This piece is co-authored with Bob Legge, president of Legge & Company. He specializes in successfully implementing strategy, leading organizational change, and improving executive effectiveness.
It’s no secret that most strategic plans fail to deliver their intended results. Often, the problem isn’t the strategy, but how it’s implemented. Many leaders erroneously conclude that the answer is simply to drive the organization harder and ‘put their feet to the fire.’ But that risks burning out the very people you need to make the strategy happen and keep it moving. We’ve all either been in organizations where this is the case or have heard about them, and the toll on people is high. Here are three keys to successfully implementing strategy and achieving your goals without causing burnout.
Strengthen accountability for results. Get people focused on the results they need to accomplish, instead of overloading them with activities and to-do lists. Start by looking at your organization’s position descriptions. If they list 27 tasks and job responsibilities, your employees may be confused about which ones are most important and how to handle so many responsibilities. Instead, identify the 4-8 ongoing results the position is designed to accomplish and for which the person is accountable. When the desired results are clear, it brings tremendous focus. It also makes it far easier to set measures and evaluate performance.
Similarly, when organizations impose lengthy and bureaucratic procedures to get something done—think of project management—people lose sight of what the result is because they’re forever following process, getting signoffs and doing paperwork instead of focusing on results. And when that happens, you have busy people getting burned out without really accomplishing anything, and they confuse inputs with outputs. Put in place a clear system for setting accountability, establishing how results will be measured, and managing progress.
Strengthen accountability for behaviors. Any significant business strategy involves some degree of change – in direction, focus, structure, process, or a number of other factors. What makes it successful is how well it’s sponsored by senior management, both in words and in actions. A gas and electric utility Bob worked with was having a very difficult time implementing a company wide Enterprise Resource Planning system because employees at lower levels in the organization refused to use it. But the problem wasn’t the employees – it was senior management. While each executive spoke of the project’s overall strategic importance, when it came to setting work priorities for their people, the strategic project was bumped down the list. “That’s IT’s project,” they would tell their people, “and I need you to work on our projects.” As a result, the strategy was in danger of failing. You need to make sure your accountability system reinforces the behaviors needed to implement the strategy.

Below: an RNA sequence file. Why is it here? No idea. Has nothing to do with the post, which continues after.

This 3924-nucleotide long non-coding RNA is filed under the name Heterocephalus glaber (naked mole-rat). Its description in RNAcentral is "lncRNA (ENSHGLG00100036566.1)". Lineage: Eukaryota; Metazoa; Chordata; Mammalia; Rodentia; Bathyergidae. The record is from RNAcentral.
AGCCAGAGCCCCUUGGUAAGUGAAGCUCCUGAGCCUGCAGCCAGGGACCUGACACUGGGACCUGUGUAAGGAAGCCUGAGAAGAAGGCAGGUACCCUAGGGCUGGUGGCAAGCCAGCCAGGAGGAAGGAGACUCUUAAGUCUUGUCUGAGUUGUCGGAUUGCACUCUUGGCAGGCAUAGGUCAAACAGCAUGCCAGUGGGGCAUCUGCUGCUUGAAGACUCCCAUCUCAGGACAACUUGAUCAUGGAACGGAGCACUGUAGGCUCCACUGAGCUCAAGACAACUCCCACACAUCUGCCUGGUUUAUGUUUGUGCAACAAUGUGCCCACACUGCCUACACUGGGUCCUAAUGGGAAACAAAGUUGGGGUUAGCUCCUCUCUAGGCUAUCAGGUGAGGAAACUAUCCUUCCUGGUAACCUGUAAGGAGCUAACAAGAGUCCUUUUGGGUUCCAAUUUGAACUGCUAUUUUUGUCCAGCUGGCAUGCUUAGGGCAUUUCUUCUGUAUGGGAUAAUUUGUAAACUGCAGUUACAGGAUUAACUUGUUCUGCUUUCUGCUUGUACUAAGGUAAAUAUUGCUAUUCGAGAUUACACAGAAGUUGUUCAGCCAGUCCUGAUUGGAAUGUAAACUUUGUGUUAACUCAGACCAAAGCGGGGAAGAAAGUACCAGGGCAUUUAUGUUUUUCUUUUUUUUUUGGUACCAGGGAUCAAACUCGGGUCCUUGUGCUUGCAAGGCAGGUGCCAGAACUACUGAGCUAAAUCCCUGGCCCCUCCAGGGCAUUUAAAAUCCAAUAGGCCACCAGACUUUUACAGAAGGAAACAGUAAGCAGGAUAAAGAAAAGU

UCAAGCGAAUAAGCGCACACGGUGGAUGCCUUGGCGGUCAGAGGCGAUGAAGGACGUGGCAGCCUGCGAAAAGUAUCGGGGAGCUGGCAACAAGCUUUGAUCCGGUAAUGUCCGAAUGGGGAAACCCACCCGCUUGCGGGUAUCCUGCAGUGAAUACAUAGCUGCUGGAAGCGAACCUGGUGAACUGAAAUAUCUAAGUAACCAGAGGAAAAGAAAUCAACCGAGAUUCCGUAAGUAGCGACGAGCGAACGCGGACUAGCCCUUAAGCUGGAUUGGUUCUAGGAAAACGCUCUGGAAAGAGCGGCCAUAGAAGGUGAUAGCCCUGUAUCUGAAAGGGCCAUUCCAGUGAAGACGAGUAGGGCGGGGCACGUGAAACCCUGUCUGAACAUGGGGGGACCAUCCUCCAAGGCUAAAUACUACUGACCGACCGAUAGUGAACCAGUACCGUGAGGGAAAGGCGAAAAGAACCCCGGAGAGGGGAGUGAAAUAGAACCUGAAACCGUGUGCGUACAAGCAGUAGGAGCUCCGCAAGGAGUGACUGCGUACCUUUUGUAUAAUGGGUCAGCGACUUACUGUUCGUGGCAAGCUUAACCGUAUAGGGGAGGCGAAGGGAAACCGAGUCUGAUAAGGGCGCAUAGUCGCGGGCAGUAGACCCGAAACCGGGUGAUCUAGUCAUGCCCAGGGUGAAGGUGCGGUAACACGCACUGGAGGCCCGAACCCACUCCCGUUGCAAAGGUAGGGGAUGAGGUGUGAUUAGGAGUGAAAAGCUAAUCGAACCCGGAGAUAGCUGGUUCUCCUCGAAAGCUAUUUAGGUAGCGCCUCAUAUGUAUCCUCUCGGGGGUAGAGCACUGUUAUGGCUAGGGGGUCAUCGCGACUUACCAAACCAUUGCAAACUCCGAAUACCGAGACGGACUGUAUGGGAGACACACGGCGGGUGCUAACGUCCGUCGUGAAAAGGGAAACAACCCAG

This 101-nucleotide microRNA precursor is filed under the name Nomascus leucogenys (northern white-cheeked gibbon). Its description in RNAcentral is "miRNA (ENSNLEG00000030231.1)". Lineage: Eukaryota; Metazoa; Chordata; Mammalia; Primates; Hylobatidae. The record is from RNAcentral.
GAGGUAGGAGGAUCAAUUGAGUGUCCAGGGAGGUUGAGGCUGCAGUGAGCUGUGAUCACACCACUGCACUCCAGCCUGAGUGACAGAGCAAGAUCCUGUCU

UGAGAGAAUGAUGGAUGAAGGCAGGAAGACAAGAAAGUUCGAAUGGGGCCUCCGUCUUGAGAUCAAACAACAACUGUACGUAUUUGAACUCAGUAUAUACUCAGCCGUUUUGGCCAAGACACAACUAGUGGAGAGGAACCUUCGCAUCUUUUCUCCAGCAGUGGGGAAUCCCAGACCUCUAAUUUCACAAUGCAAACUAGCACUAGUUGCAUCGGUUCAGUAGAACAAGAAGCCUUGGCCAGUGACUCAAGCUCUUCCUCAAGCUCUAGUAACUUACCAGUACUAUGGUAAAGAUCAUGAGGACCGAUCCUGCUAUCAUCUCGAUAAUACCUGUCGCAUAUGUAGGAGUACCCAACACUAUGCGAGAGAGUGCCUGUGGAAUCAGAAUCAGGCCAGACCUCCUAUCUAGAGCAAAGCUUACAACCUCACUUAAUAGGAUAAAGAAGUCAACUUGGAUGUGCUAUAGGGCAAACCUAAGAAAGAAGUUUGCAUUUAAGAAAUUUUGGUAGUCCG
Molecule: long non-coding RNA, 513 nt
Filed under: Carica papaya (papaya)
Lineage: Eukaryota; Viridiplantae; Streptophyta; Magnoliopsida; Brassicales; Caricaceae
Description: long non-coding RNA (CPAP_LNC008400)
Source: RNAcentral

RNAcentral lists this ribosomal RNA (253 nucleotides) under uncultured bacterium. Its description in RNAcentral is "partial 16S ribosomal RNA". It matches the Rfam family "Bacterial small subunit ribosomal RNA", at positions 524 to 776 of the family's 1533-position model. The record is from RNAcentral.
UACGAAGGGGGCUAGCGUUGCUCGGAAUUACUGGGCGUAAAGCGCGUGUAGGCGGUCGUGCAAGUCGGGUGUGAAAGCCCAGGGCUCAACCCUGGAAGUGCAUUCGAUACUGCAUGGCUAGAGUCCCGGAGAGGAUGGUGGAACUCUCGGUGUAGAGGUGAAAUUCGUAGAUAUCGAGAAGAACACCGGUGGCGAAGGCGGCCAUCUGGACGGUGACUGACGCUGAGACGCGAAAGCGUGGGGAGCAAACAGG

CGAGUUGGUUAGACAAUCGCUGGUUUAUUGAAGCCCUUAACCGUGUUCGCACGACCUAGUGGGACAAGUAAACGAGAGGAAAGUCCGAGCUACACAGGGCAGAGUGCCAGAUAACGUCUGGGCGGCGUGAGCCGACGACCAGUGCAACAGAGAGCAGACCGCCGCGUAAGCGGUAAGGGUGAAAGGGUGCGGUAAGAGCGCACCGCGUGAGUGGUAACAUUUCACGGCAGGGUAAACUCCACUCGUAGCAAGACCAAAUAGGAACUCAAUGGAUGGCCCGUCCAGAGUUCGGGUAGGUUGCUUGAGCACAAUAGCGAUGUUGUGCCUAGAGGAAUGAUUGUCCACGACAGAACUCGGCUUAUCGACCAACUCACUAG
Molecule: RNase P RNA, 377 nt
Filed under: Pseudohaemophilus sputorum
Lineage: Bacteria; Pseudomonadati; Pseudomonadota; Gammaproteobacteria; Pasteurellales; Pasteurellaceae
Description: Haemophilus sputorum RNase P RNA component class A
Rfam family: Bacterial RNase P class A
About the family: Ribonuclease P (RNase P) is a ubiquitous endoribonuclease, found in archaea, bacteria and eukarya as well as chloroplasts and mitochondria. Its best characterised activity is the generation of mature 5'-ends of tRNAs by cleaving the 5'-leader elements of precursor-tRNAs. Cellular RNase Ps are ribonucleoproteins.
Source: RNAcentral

Build an employee population that acts like owners. You don’t see many people taking rental cars to car washes for a simple reason—they don’t own the cars. Companies that are excellent at reaching strategic goals have developed employee populations who act like owners; they do the right thing with gusto because it’s in their own best interests to do so. This is not the same thing as giving people pizza parties, coffee mugs, or workout facilities. Those may help create a good place to work, but they don’t create a sense of ownership. Instead, you need to connect the strategy to each individual’s role and appeal to the individual’s own rational self-interests.
A leading consumer goods manufacturer Bob worked with created a team approach to a manufacturing line, challenging the employees to ‘own’ the entire line’s performance and giving them all the information and support needed to do so. The employees established their own goals, tracked metrics, solved problems, made improvements and took full responsibility for the operation of the line. The result? Better results on every measure and more energized, productive, and satisfied employees.
Your company can implement similar systems throughout the organization tied to career challenge, the next promotion, safety improvements, or other interests. If you want your employees to act like owners, stop treating them like employees.
You won’t successfully achieve strategic objectives by driving – however aggressively – an action plan that’s simply layered on top of “business as usual.” Instead, you have to think clearly about accountability and ensure the entire organization is working toward your objectives.
This post originally appeared on the Forbes website on May 8, 2013.
Bob Legge is president of Legge & Company. He specializes in successfully implementing strategy, leading organizational change, and improving executive effectiveness.
Dorie Clark is CEO of Clark Strategic Communications and the author of Reinventing You: Define Your Brand, Imagine Your Future (Harvard Business Review Press, 2013). She is a strategy consultant who has worked with clients including Google, Yale University, and the Ford Foundation. Listen to her podcasts or follow her on Twitter.